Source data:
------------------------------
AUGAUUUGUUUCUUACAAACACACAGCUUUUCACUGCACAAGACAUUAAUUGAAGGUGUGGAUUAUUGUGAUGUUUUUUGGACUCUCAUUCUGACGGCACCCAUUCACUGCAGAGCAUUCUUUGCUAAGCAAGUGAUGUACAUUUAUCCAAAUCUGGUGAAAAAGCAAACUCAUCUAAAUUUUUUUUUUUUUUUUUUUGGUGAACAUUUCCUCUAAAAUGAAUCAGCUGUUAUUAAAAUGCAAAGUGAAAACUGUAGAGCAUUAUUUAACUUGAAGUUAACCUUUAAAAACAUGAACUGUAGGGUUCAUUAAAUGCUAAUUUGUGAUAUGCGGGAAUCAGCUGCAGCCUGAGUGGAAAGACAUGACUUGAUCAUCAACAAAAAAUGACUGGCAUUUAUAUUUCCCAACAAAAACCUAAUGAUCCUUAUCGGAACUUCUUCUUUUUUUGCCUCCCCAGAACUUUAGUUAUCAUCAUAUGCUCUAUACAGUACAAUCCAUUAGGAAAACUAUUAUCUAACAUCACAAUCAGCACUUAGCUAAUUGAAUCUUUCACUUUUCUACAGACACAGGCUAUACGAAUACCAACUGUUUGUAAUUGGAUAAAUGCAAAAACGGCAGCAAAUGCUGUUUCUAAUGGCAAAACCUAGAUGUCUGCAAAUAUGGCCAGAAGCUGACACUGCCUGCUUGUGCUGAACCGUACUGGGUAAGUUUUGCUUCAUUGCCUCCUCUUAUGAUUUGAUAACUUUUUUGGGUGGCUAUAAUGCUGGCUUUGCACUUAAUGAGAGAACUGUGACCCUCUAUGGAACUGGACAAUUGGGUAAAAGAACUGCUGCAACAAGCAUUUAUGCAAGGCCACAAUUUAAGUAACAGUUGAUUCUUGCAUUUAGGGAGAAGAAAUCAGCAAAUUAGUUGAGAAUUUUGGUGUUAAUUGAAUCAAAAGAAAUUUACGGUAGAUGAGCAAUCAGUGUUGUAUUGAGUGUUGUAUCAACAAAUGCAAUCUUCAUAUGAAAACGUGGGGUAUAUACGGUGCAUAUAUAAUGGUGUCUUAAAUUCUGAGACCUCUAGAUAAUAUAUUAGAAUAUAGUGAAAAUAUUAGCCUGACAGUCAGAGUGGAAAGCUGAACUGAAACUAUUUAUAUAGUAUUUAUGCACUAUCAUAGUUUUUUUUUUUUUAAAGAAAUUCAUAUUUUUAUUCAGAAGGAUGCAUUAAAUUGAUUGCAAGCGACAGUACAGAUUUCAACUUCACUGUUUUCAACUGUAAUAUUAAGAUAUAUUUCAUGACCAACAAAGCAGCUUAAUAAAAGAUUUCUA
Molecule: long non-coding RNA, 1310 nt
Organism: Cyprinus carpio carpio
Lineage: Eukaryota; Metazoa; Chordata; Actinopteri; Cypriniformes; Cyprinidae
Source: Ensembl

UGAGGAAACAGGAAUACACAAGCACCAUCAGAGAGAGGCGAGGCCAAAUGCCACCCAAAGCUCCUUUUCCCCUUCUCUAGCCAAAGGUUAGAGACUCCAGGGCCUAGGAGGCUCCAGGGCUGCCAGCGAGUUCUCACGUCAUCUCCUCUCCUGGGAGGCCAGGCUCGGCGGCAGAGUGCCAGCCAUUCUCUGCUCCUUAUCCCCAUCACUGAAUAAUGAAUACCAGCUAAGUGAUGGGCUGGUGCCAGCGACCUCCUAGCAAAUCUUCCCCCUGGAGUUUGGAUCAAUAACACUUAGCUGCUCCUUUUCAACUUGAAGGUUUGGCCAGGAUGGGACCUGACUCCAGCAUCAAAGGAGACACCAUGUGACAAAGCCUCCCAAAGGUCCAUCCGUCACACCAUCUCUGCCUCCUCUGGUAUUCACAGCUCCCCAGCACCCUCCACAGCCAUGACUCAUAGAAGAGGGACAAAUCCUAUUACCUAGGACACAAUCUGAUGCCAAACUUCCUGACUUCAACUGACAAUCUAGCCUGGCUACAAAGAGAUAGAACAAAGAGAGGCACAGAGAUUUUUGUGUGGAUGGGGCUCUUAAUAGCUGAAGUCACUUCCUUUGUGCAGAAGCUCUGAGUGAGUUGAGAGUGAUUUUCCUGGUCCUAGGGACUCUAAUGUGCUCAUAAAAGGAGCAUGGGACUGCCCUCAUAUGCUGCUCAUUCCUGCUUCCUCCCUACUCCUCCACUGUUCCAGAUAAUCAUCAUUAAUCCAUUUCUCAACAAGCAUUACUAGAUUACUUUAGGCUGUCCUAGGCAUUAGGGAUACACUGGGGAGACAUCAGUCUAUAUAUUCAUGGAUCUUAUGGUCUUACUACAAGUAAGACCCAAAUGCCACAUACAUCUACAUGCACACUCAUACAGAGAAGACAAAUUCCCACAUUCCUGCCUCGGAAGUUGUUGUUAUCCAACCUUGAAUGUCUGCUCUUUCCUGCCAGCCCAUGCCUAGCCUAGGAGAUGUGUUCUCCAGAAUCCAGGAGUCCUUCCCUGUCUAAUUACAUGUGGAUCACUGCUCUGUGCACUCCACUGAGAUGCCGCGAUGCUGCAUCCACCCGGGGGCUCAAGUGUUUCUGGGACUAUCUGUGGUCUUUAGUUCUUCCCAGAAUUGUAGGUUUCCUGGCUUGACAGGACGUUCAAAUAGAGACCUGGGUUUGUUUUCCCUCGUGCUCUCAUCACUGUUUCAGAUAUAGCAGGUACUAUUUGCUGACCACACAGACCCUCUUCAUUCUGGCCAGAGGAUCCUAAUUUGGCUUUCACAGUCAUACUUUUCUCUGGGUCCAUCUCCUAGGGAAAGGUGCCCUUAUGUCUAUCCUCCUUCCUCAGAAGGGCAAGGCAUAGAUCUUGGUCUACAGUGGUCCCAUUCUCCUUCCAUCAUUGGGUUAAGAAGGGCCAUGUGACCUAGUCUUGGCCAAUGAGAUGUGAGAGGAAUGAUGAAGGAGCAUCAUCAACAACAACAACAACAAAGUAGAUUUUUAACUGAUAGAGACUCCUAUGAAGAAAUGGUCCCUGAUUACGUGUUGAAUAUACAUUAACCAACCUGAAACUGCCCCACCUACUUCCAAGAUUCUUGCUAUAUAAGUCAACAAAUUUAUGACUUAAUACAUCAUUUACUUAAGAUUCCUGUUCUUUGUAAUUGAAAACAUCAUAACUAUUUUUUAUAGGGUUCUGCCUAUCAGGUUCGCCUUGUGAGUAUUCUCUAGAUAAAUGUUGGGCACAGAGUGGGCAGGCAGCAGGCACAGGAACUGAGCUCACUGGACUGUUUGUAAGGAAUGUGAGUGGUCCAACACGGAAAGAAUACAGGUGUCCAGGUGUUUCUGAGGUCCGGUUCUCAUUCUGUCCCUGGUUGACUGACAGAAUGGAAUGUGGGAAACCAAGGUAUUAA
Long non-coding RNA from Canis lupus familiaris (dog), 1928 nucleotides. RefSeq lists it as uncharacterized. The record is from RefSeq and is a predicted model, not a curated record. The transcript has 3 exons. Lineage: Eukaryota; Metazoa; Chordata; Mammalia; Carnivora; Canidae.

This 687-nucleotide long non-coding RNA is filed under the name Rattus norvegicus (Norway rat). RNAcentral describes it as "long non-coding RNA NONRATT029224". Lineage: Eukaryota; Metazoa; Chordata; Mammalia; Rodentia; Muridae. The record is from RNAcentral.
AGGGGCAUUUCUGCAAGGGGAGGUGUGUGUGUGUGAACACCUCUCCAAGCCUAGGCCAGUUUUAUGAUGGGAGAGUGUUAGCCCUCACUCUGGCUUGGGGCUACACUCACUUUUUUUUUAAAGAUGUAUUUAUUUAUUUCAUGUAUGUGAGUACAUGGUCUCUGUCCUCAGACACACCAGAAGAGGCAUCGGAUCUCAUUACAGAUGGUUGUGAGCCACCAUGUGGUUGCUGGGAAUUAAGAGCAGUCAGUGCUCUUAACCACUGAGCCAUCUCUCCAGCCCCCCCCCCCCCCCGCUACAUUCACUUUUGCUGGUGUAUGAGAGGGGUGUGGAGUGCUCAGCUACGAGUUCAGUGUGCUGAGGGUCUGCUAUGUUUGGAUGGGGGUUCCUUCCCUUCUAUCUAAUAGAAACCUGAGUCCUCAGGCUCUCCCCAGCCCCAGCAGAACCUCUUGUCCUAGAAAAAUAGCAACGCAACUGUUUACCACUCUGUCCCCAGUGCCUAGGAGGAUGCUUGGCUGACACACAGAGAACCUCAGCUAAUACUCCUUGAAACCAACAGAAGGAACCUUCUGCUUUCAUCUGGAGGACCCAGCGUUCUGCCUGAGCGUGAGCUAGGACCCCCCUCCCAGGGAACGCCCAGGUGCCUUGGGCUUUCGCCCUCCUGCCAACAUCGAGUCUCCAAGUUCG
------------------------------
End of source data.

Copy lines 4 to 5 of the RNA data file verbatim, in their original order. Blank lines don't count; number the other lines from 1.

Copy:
Lineage: Eukaryota; Metazoa; Chordata; Actinopteri; Cypriniformes; Cyprinidae
Source: Ensembl